I can't believe I haven't done an Audrey Flack, she is one of my favorite artists. Audrey Flack is extremely talented and works and many many styles, but my favorite can be seen by the work above- photorealism. In a nutshell, photorealist's create images that look as real as an actual photograph. It began in the 1970's, and Audrey Flack is part of the first wave of artists to use the style. Pretty cool because she is a woman and it's pretty dang hard to get recognized in the art world if you are a female and don't do something with outrageous feminist undertones. Another thing to note, is that photorealism stemmed out of Pop Art thus you get a lot of bright colors, reactions to the media, and iconic symbols. I just like photorealism because it's really amazing how realistic it is. Time and time again I am looking at a photorealist piece thinking it is a photograph and then casually glance at the medium and think, "WHAT?! This is paint?!"

Marilyn (Vanitas) is one of Audrey's more famous pieces. A few things to explain. Vanitas is a old form of symbolic painting. They did it a lot in Europe in the 16th and 17th centuries. It is associated with still-life painting, which is also rich in symbols. Each still-life piece usually centers around a few main themes: death, life, and pleasure. Basically, "Vanitas" refers to a visual expression of the "vanities" in life.

Tearing apart Audrey's Marilyn (Vanitas) you can assume quite a few things. First, there are a few symbols of death: the hourglass, the calendar, and the clock all refer to the passing of time. Marilyn Monroe was a sex symbol and thought to be the quintessential representation of beauty, but Flack includes lipstick, a compact, perfume, and jewellery all to show that beauty is fleeting. The fruit cut open usually is some type of symbol of death as well, as once you cut it open it will rot away eventually. The paint brush either symbolizes blood, as in death, or the fact that her life was short-lived, like an unfinished painting. The reflection of the image in the mirror is not precise, which is a visual commentary to the imperfections in Marilyn and more importantly, that beauty is not everything. Audrey also made the piece personal, as she included an image of her and her younger brother when they were young in the center of the composition.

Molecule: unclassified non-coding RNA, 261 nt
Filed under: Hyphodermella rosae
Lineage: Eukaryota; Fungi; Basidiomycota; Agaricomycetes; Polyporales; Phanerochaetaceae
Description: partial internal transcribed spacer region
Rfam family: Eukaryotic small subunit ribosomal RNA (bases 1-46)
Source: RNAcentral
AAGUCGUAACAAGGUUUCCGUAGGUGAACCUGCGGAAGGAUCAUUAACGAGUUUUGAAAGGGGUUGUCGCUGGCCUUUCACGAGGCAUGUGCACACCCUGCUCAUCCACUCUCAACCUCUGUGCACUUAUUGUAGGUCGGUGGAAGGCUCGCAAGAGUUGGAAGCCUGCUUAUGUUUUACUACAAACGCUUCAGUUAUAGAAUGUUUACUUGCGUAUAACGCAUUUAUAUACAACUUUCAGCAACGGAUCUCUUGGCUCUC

There are a ton more symbols, but you get the idea. I guess you might be thinking, why do I love a picture filled with so many death related symbols? Well, I suppose I haven't made the good in this piece prevalent. Marilyn is a commentary on one of the most well-known icons of beauty- Marilyn Monroe. Though many thought she had it all, she died at a very young age from a probable suicide. Audrey's piece suggests that beauty is definitely short-lived and doesn't always lead to happiness. I think a lot of us, especially in today's world of plastic surgery, tend to forget this. So I loved Audrey Flack not only because her work is just amazing, but because she inspires deep thought on ideas that really matter.

Audrey Flack encourages our inner beauty.

Wednesday, December 16, 2009

Seurat, dot. Simple enough.